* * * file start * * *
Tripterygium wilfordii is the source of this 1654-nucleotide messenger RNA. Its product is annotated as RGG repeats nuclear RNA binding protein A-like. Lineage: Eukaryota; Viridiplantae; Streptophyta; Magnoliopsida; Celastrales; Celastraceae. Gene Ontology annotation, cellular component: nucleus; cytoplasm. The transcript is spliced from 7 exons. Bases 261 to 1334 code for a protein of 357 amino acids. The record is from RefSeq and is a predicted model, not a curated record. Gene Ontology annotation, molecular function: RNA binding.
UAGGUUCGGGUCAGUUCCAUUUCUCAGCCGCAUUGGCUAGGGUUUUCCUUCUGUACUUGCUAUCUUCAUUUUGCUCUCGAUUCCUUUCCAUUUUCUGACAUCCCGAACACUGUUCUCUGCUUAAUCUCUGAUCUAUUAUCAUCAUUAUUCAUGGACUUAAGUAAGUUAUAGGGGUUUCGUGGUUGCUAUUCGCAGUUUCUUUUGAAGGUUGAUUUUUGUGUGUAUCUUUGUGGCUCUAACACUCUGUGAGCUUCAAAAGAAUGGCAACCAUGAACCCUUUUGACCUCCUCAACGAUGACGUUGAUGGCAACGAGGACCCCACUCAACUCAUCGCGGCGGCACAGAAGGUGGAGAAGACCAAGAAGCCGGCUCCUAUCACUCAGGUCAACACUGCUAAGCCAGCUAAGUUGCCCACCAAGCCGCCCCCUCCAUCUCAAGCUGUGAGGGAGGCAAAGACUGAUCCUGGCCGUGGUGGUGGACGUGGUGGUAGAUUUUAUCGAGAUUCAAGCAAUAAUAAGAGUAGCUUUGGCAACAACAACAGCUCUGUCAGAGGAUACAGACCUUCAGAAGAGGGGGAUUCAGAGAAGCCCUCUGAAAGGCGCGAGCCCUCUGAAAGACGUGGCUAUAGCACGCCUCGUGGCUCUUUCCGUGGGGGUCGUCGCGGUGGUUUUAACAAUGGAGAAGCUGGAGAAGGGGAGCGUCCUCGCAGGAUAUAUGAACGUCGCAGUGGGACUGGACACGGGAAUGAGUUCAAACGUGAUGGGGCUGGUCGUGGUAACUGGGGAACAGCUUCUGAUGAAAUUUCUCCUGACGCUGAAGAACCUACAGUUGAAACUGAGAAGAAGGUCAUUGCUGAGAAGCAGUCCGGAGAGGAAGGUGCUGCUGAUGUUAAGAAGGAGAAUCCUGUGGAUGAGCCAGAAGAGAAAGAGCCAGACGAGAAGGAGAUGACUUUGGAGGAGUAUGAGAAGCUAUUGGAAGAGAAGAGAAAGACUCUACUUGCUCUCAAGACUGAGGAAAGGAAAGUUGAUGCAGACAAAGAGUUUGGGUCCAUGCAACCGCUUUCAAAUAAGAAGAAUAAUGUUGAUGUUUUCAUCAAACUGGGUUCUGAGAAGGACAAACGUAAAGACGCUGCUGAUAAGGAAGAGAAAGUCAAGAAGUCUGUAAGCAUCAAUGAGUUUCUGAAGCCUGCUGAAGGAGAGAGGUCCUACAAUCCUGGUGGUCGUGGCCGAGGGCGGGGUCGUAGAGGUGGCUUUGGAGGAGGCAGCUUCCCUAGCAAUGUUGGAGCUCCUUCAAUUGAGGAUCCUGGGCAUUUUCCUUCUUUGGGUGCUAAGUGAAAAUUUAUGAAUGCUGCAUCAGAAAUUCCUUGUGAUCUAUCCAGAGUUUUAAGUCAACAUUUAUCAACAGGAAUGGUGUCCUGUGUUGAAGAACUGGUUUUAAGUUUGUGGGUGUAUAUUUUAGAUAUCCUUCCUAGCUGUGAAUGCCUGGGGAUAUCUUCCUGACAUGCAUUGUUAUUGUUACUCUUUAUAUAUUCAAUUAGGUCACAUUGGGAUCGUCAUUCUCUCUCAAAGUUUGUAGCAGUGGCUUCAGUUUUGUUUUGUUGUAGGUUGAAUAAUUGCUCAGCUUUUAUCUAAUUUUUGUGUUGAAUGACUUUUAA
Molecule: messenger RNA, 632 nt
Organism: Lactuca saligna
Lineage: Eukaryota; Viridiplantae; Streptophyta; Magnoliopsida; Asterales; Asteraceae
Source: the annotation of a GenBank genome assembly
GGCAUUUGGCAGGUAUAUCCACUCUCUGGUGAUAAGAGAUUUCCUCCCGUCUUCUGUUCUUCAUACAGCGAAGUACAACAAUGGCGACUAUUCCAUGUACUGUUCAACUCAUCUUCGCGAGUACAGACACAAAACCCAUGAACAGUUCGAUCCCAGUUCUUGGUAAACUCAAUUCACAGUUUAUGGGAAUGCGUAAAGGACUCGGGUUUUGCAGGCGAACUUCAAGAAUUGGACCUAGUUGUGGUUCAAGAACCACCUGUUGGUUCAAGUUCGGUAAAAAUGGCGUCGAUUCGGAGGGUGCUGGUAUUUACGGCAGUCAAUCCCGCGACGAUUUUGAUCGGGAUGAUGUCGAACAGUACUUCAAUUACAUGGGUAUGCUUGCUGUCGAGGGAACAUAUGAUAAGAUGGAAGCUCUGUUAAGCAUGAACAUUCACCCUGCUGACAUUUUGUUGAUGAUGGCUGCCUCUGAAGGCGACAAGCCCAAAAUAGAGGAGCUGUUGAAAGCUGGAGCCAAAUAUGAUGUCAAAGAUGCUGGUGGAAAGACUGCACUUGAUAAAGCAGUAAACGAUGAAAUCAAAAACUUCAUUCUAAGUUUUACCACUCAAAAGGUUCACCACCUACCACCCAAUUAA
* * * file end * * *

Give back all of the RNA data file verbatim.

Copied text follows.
Tripterygium wilfordii is the source of this 1654-nucleotide messenger RNA. Its product is annotated as RGG repeats nuclear RNA binding protein A-like. Lineage: Eukaryota; Viridiplantae; Streptophyta; Magnoliopsida; Celastrales; Celastraceae. Gene Ontology annotation, cellular component: nucleus; cytoplasm. The transcript is spliced from 7 exons. Bases 261 to 1334 code for a protein of 357 amino acids. The record is from RefSeq and is a predicted model, not a curated record. Gene Ontology annotation, molecular function: RNA binding.
UAGGUUCGGGUCAGUUCCAUUUCUCAGCCGCAUUGGCUAGGGUUUUCCUUCUGUACUUGCUAUCUUCAUUUUGCUCUCGAUUCCUUUCCAUUUUCUGACAUCCCGAACACUGUUCUCUGCUUAAUCUCUGAUCUAUUAUCAUCAUUAUUCAUGGACUUAAGUAAGUUAUAGGGGUUUCGUGGUUGCUAUUCGCAGUUUCUUUUGAAGGUUGAUUUUUGUGUGUAUCUUUGUGGCUCUAACACUCUGUGAGCUUCAAAAGAAUGGCAACCAUGAACCCUUUUGACCUCCUCAACGAUGACGUUGAUGGCAACGAGGACCCCACUCAACUCAUCGCGGCGGCACAGAAGGUGGAGAAGACCAAGAAGCCGGCUCCUAUCACUCAGGUCAACACUGCUAAGCCAGCUAAGUUGCCCACCAAGCCGCCCCCUCCAUCUCAAGCUGUGAGGGAGGCAAAGACUGAUCCUGGCCGUGGUGGUGGACGUGGUGGUAGAUUUUAUCGAGAUUCAAGCAAUAAUAAGAGUAGCUUUGGCAACAACAACAGCUCUGUCAGAGGAUACAGACCUUCAGAAGAGGGGGAUUCAGAGAAGCCCUCUGAAAGGCGCGAGCCCUCUGAAAGACGUGGCUAUAGCACGCCUCGUGGCUCUUUCCGUGGGGGUCGUCGCGGUGGUUUUAACAAUGGAGAAGCUGGAGAAGGGGAGCGUCCUCGCAGGAUAUAUGAACGUCGCAGUGGGACUGGACACGGGAAUGAGUUCAAACGUGAUGGGGCUGGUCGUGGUAACUGGGGAACAGCUUCUGAUGAAAUUUCUCCUGACGCUGAAGAACCUACAGUUGAAACUGAGAAGAAGGUCAUUGCUGAGAAGCAGUCCGGAGAGGAAGGUGCUGCUGAUGUUAAGAAGGAGAAUCCUGUGGAUGAGCCAGAAGAGAAAGAGCCAGACGAGAAGGAGAUGACUUUGGAGGAGUAUGAGAAGCUAUUGGAAGAGAAGAGAAAGACUCUACUUGCUCUCAAGACUGAGGAAAGGAAAGUUGAUGCAGACAAAGAGUUUGGGUCCAUGCAACCGCUUUCAAAUAAGAAGAAUAAUGUUGAUGUUUUCAUCAAACUGGGUUCUGAGAAGGACAAACGUAAAGACGCUGCUGAUAAGGAAGAGAAAGUCAAGAAGUCUGUAAGCAUCAAUGAGUUUCUGAAGCCUGCUGAAGGAGAGAGGUCCUACAAUCCUGGUGGUCGUGGCCGAGGGCGGGGUCGUAGAGGUGGCUUUGGAGGAGGCAGCUUCCCUAGCAAUGUUGGAGCUCCUUCAAUUGAGGAUCCUGGGCAUUUUCCUUCUUUGGGUGCUAAGUGAAAAUUUAUGAAUGCUGCAUCAGAAAUUCCUUGUGAUCUAUCCAGAGUUUUAAGUCAACAUUUAUCAACAGGAAUGGUGUCCUGUGUUGAAGAACUGGUUUUAAGUUUGUGGGUGUAUAUUUUAGAUAUCCUUCCUAGCUGUGAAUGCCUGGGGAUAUCUUCCUGACAUGCAUUGUUAUUGUUACUCUUUAUAUAUUCAAUUAGGUCACAUUGGGAUCGUCAUUCUCUCUCAAAGUUUGUAGCAGUGGCUUCAGUUUUGUUUUGUUGUAGGUUGAAUAAUUGCUCAGCUUUUAUCUAAUUUUUGUGUUGAAUGACUUUUAA
Molecule: messenger RNA, 632 nt
Organism: Lactuca saligna
Lineage: Eukaryota; Viridiplantae; Streptophyta; Magnoliopsida; Asterales; Asteraceae
Source: the annotation of a GenBank genome assembly
GGCAUUUGGCAGGUAUAUCCACUCUCUGGUGAUAAGAGAUUUCCUCCCGUCUUCUGUUCUUCAUACAGCGAAGUACAACAAUGGCGACUAUUCCAUGUACUGUUCAACUCAUCUUCGCGAGUACAGACACAAAACCCAUGAACAGUUCGAUCCCAGUUCUUGGUAAACUCAAUUCACAGUUUAUGGGAAUGCGUAAAGGACUCGGGUUUUGCAGGCGAACUUCAAGAAUUGGACCUAGUUGUGGUUCAAGAACCACCUGUUGGUUCAAGUUCGGUAAAAAUGGCGUCGAUUCGGAGGGUGCUGGUAUUUACGGCAGUCAAUCCCGCGACGAUUUUGAUCGGGAUGAUGUCGAACAGUACUUCAAUUACAUGGGUAUGCUUGCUGUCGAGGGAACAUAUGAUAAGAUGGAAGCUCUGUUAAGCAUGAACAUUCACCCUGCUGACAUUUUGUUGAUGAUGGCUGCCUCUGAAGGCGACAAGCCCAAAAUAGAGGAGCUGUUGAAAGCUGGAGCCAAAUAUGAUGUCAAAGAUGCUGGUGGAAAGACUGCACUUGAUAAAGCAGUAAACGAUGAAAUCAAAAACUUCAUUCUAAGUUUUACCACUCAAAAGGUUCACCACCUACCACCCAAUUAA